A government minister has insisted he was facing up to the "elephant in the room" when he raised concerns about health defects related to cousin marriage.
But critics have called for Phil Woolas to resign as environment minister, insisting his comments "verged on Islamophobia".
Mr Woolas, MP for Oldham East and Saddleworth, used an interview with a Sunday paper to argue that the trend for cousin marriage among some quarters of Britain's Asian population was leading to birth defects.
He told the Sunday Times: "If you have a child with your cousin the likelihood is there'll be a genetic problem.
"The issue we need to debate is first cousin marriages, whereby a lot of arranged marriages are with first cousins, and that produces lots of genetic problems in terms of disability [in children]."
He said the issue had been difficult to address because of cultural sensitivities but insisted it was a cultural, not religious issue.
Mr Woolas continued: "If you talk to any primary care worker they will tell you that levels of disability among the... Pakistani population are higher than the general population. And everybody knows it's caused by first cousin marriage.
"Awareness does need to be raised but we are very aware of the sensitivities."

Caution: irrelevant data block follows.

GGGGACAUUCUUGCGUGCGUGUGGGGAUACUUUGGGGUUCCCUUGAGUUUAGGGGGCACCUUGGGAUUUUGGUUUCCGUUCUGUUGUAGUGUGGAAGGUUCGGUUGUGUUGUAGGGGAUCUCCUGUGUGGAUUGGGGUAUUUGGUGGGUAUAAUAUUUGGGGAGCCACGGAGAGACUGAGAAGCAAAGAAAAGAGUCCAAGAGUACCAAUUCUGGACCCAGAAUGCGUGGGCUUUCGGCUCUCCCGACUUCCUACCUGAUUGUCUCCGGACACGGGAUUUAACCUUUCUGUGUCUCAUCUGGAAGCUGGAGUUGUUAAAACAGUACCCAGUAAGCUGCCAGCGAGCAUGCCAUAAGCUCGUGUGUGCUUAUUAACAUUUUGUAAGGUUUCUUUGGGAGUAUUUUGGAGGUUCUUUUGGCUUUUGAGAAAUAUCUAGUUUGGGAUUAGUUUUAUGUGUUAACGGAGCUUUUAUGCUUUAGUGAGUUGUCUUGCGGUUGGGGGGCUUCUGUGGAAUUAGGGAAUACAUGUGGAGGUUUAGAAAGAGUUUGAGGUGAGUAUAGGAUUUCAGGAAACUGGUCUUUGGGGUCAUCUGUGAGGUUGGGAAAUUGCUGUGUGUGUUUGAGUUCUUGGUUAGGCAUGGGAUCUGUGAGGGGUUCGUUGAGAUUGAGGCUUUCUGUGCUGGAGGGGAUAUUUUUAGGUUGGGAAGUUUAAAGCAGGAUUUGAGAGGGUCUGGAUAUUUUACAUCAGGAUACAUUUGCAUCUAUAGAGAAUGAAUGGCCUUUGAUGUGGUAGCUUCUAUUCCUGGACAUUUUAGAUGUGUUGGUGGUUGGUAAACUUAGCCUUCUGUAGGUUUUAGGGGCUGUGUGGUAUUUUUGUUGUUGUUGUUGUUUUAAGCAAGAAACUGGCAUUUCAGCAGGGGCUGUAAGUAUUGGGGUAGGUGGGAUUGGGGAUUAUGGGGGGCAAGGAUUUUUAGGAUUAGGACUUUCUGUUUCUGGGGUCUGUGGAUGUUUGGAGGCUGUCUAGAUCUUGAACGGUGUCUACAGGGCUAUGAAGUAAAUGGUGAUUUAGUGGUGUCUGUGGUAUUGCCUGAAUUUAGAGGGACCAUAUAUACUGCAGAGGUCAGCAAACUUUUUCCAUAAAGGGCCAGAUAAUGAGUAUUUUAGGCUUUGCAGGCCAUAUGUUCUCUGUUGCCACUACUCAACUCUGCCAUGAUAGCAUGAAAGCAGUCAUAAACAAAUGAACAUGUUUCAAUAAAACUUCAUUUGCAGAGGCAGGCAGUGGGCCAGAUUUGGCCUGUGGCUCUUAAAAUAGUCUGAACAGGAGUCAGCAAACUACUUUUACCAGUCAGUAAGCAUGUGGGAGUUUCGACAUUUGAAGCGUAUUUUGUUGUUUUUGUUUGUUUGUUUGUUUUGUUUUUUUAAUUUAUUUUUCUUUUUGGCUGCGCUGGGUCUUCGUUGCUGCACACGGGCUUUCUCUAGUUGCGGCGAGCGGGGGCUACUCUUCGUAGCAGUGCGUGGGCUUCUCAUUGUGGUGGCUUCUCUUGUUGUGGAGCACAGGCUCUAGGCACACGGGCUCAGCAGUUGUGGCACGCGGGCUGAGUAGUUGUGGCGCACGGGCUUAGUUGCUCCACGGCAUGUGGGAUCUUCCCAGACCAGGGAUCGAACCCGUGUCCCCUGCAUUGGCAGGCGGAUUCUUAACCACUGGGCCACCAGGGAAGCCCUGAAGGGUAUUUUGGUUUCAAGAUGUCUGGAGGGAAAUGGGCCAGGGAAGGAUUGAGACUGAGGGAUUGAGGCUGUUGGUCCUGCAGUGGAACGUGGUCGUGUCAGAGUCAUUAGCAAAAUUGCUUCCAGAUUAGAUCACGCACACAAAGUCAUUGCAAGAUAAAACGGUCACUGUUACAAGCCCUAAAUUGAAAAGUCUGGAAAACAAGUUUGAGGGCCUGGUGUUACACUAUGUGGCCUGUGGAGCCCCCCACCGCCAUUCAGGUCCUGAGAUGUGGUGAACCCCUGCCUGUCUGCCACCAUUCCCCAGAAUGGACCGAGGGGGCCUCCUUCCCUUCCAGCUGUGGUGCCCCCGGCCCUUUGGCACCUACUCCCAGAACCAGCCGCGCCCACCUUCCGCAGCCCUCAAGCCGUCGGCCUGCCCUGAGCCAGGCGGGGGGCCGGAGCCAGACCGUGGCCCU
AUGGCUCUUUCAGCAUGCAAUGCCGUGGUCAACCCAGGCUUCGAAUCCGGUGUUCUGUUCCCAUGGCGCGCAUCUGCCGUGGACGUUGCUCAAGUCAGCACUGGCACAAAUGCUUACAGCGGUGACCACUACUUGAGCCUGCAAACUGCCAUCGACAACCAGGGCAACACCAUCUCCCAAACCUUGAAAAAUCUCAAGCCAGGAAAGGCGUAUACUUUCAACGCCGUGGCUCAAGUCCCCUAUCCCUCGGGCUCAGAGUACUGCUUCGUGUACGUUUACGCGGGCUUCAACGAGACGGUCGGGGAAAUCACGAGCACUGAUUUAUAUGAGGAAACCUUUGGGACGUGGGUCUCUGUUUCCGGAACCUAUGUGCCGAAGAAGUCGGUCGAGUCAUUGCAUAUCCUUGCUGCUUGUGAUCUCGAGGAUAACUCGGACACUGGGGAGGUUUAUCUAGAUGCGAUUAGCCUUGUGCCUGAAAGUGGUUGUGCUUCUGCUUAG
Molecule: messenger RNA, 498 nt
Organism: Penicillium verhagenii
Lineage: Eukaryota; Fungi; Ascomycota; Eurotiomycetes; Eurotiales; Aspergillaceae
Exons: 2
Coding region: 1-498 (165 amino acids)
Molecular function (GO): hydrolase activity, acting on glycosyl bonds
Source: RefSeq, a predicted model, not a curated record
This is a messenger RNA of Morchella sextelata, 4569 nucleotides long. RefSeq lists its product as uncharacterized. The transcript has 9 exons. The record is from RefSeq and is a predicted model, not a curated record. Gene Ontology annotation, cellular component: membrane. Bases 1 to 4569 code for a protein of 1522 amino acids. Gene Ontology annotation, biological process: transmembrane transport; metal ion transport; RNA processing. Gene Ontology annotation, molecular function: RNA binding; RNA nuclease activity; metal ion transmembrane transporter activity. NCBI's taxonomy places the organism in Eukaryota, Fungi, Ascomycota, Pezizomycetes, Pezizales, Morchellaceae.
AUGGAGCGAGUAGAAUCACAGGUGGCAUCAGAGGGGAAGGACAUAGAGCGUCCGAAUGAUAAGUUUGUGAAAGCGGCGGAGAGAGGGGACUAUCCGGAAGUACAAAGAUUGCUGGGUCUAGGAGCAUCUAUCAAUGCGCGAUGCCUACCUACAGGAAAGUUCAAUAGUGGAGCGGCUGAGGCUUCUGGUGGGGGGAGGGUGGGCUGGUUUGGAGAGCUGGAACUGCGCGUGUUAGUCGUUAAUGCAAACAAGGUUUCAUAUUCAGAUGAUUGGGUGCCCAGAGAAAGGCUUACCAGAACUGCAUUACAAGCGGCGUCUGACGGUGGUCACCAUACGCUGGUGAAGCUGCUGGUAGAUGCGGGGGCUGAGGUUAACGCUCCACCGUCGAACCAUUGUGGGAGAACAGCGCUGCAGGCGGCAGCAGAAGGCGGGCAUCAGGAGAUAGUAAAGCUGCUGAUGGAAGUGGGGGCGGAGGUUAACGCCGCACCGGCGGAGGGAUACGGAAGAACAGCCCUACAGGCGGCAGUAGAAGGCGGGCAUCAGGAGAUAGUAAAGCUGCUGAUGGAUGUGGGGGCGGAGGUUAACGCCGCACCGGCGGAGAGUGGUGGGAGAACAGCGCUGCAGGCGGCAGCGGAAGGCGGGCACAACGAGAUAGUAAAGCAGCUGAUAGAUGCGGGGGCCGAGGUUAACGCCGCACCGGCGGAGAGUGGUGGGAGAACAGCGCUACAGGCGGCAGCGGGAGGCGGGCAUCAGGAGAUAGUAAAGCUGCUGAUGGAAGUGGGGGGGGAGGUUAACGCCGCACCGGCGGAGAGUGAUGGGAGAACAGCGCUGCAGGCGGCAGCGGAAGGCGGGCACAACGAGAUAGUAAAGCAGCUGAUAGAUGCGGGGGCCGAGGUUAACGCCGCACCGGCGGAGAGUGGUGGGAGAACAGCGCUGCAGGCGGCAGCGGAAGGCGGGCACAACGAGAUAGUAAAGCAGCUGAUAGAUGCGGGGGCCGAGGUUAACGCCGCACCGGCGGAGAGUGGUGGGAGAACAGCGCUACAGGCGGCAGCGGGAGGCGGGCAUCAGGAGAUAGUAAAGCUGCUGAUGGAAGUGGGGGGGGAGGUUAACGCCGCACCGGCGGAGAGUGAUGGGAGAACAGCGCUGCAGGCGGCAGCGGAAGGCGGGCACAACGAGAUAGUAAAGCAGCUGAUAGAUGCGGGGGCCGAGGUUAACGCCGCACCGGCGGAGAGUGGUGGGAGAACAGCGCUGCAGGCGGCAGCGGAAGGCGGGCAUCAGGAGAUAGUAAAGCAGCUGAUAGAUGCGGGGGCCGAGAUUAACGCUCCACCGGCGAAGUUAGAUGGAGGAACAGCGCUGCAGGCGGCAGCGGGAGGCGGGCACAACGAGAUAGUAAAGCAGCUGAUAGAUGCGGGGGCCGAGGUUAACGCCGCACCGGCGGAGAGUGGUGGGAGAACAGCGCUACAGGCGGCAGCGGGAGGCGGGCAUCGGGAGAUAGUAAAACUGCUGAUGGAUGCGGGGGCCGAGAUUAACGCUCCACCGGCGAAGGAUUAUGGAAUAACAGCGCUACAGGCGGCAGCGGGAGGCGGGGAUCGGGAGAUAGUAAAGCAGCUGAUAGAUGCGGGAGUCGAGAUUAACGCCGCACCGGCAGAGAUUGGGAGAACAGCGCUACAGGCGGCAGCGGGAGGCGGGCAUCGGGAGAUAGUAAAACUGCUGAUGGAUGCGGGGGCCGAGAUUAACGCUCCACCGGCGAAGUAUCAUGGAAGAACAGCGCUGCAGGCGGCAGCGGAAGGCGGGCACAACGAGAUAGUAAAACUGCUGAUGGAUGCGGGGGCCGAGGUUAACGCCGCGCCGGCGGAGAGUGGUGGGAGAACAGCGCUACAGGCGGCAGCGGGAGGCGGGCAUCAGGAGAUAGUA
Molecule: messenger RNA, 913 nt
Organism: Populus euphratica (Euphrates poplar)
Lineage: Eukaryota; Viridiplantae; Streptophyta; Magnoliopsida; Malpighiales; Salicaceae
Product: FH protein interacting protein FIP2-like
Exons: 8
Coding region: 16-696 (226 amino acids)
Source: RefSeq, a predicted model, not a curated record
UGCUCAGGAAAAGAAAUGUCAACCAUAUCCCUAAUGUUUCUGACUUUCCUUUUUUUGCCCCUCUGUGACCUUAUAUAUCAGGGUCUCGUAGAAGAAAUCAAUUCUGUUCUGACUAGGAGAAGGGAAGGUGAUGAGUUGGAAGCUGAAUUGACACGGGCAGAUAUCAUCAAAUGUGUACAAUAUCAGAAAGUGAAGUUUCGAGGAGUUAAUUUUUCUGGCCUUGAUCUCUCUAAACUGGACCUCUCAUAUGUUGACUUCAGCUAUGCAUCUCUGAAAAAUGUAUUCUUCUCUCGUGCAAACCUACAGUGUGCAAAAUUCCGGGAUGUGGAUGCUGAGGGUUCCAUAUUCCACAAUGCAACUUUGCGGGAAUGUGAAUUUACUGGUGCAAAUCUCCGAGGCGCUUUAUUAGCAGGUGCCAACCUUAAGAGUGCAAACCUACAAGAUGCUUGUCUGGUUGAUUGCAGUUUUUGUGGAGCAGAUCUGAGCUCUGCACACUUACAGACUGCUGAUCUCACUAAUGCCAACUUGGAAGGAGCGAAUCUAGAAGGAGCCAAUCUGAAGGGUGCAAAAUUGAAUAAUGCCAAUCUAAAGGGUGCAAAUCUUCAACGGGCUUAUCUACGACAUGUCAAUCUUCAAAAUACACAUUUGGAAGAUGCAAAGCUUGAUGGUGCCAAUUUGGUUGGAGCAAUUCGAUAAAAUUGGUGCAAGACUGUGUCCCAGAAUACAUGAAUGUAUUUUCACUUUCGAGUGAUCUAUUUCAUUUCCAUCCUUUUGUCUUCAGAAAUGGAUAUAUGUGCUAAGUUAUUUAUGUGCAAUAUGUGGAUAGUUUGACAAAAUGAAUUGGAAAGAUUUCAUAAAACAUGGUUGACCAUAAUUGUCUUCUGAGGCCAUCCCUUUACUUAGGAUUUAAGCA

It is thought cousin marriage, which is legal in the UK, is most prevalent among families originating from rural Pakistan.
A Newsnight poll in 2005 found 55 per cent of Pakistanis in Britain marry a cousin and are 13 times more likely to produce a child with a genetic disorder.
The Muslim Public Affairs Committee (MPAC) attacked Mr Woolas' comments and called on Gordon Brown to "sack him".
MPAC spokesman Asghar Bukhair said his comments had "verged on Islamophobia".
Speaking to BBC News, he accused the environment minister of commenting outside his brief and ignoring the links between pollution and birth defects.
But Labour MP Ann Cryer defended her colleague. The MP for Keighley claimed the health implications were visible to anyone visiting a paediatric ward in her constituency.
Fellow minister Geoff Hoon also defended Mr Woolas, telling Sky News there was a need for expert analysis to discover the full extent of the problem.